Exploring the Hidden Human Toll of the AI Revolution

NNicholas August 21, 2023 7:27 PM

Artificial Intelligence (AI) companies are increasingly relying on online labor platforms, also known as cloudwork, for tasks like data labeling and content moderation. While this offers AI companies a cost-effective way to train their systems, it raises significant concerns about working conditions and labor rights for the millions of workers registered on these platforms.

AI companies' reliance on online labor platforms

Big names in the tech world - from Amazon to OpenAI - are regularly turning to online labor platforms for their needs. These platforms, including Scale AI, Freelancer.com, Amazon Mechanical Turk, Fiverr, and Upwork, have become instrumental in training AI systems and outsourcing various tasks. This is not exclusive to tech companies; universities, businesses, and NGOs also hire from these platforms. The roles they need filled range from data labeling to content moderation and even IT expertise. These platforms have become the go-to for everything from training new AI systems to ensuring existing ones perform as expected.

These labor platforms are about more than just AI companies' needs. They've become a fundamental source of income for a growing portion of the population. A study by the University of Oxford estimated that over 163 million people have registered on these platforms. Freelancer.com alone boasts a workforce equivalent to the population of the United Kingdom - over 67 million workers. Many of these workers are based in low- to middle-income countries and work for clients worldwide, effectively creating a global workforce.

For AI companies, the appeal of these platforms is obvious. They provide a cheap, often skilled, workforce accessible around the clock. And with fierce competition for jobs, hiring companies usually have the upper hand in negotiating conditions and pay. However, this isn't a rosy situation for everyone. For the workers on the other side, the realities can be harsh. They may spend large chunks of their day searching and applying for jobs, often without pay. Moreover, there's no guarantee that the offered tasks will meet their minimum wage expectations. If any issues arise with a client, there's not always a clear appeal process, leaving them at risk of not being paid at all.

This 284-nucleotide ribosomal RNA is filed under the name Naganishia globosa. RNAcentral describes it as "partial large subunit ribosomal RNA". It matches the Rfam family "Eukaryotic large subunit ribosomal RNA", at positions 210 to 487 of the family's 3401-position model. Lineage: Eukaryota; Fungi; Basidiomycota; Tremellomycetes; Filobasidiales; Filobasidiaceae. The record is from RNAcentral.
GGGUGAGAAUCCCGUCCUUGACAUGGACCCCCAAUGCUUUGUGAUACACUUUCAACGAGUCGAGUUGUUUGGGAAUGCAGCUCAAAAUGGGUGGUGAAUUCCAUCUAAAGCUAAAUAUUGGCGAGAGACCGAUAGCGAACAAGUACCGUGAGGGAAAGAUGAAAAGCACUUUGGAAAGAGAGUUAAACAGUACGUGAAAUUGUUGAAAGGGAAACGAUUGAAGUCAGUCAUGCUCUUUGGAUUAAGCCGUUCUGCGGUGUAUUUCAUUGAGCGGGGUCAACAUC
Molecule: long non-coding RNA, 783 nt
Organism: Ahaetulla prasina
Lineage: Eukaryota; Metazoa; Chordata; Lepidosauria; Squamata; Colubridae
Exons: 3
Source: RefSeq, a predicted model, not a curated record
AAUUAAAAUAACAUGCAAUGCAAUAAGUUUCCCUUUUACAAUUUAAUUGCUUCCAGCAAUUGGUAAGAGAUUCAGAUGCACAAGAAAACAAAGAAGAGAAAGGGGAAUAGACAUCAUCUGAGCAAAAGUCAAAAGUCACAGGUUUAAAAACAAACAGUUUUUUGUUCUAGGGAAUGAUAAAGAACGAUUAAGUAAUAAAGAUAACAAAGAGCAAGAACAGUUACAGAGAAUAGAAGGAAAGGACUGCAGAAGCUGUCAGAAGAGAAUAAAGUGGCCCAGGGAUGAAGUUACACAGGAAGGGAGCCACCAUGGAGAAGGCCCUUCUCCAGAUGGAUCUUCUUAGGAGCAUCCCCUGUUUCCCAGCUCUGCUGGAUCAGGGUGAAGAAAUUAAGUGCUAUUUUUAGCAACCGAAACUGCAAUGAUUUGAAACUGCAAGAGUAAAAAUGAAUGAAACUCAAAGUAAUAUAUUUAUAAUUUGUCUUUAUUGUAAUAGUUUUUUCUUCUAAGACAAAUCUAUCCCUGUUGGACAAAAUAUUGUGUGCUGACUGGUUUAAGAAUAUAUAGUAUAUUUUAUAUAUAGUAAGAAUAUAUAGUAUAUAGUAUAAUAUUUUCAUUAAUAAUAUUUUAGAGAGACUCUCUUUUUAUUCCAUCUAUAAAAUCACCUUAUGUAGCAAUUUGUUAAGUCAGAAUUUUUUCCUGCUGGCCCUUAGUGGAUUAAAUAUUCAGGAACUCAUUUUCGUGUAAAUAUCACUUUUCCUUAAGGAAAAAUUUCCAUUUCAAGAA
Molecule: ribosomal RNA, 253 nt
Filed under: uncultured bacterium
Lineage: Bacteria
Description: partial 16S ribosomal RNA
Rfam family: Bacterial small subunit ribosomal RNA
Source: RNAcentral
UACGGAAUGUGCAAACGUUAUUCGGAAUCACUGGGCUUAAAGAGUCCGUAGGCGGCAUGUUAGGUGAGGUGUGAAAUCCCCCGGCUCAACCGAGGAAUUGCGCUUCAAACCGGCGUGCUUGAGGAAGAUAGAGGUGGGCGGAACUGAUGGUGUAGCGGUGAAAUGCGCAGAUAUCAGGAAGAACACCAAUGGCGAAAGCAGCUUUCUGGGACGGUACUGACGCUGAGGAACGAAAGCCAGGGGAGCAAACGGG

Low scores for cloudwork platforms on fair work principles

A project by the University of Oxford called Fairwork evaluated 15 of these cloudwork platforms. They scored companies based on the principles of fair work - pay, conditions, contracts, management, and representation. None of the platforms evaluated met more than half of these basic standards of decent work. The situation is particularly grim on popular platforms like Fiverr and Freelancer.com, which scored 2 and 1 points, respectively. The average earnings of workers surveyed amounted to a dismal $2.15 USD per hour of work, pointing to the vast gap between the needs of workers and the realities of the platform economy.

The need for international labor standards in the digital economy

Given the international nature of the platform economy, it's essential that the global community comes together to address these challenges. The International Labour Organization is currently discussing the development of standards to ensure workers' rights in the digital economy. While this is a promising step, it won't be effective if national governments don't get involved. So far, discussions around regulating the platform economy have primarily focused on sectors like food delivery and ride-hailing. Yet, it's crucial that policymakers and regulators also consider the unique challenges faced by online remote workers, and put the same energy into finding solutions for this hidden, but very real workforce.

More articles

Also read

Here are some interesting articles on other sites from our network.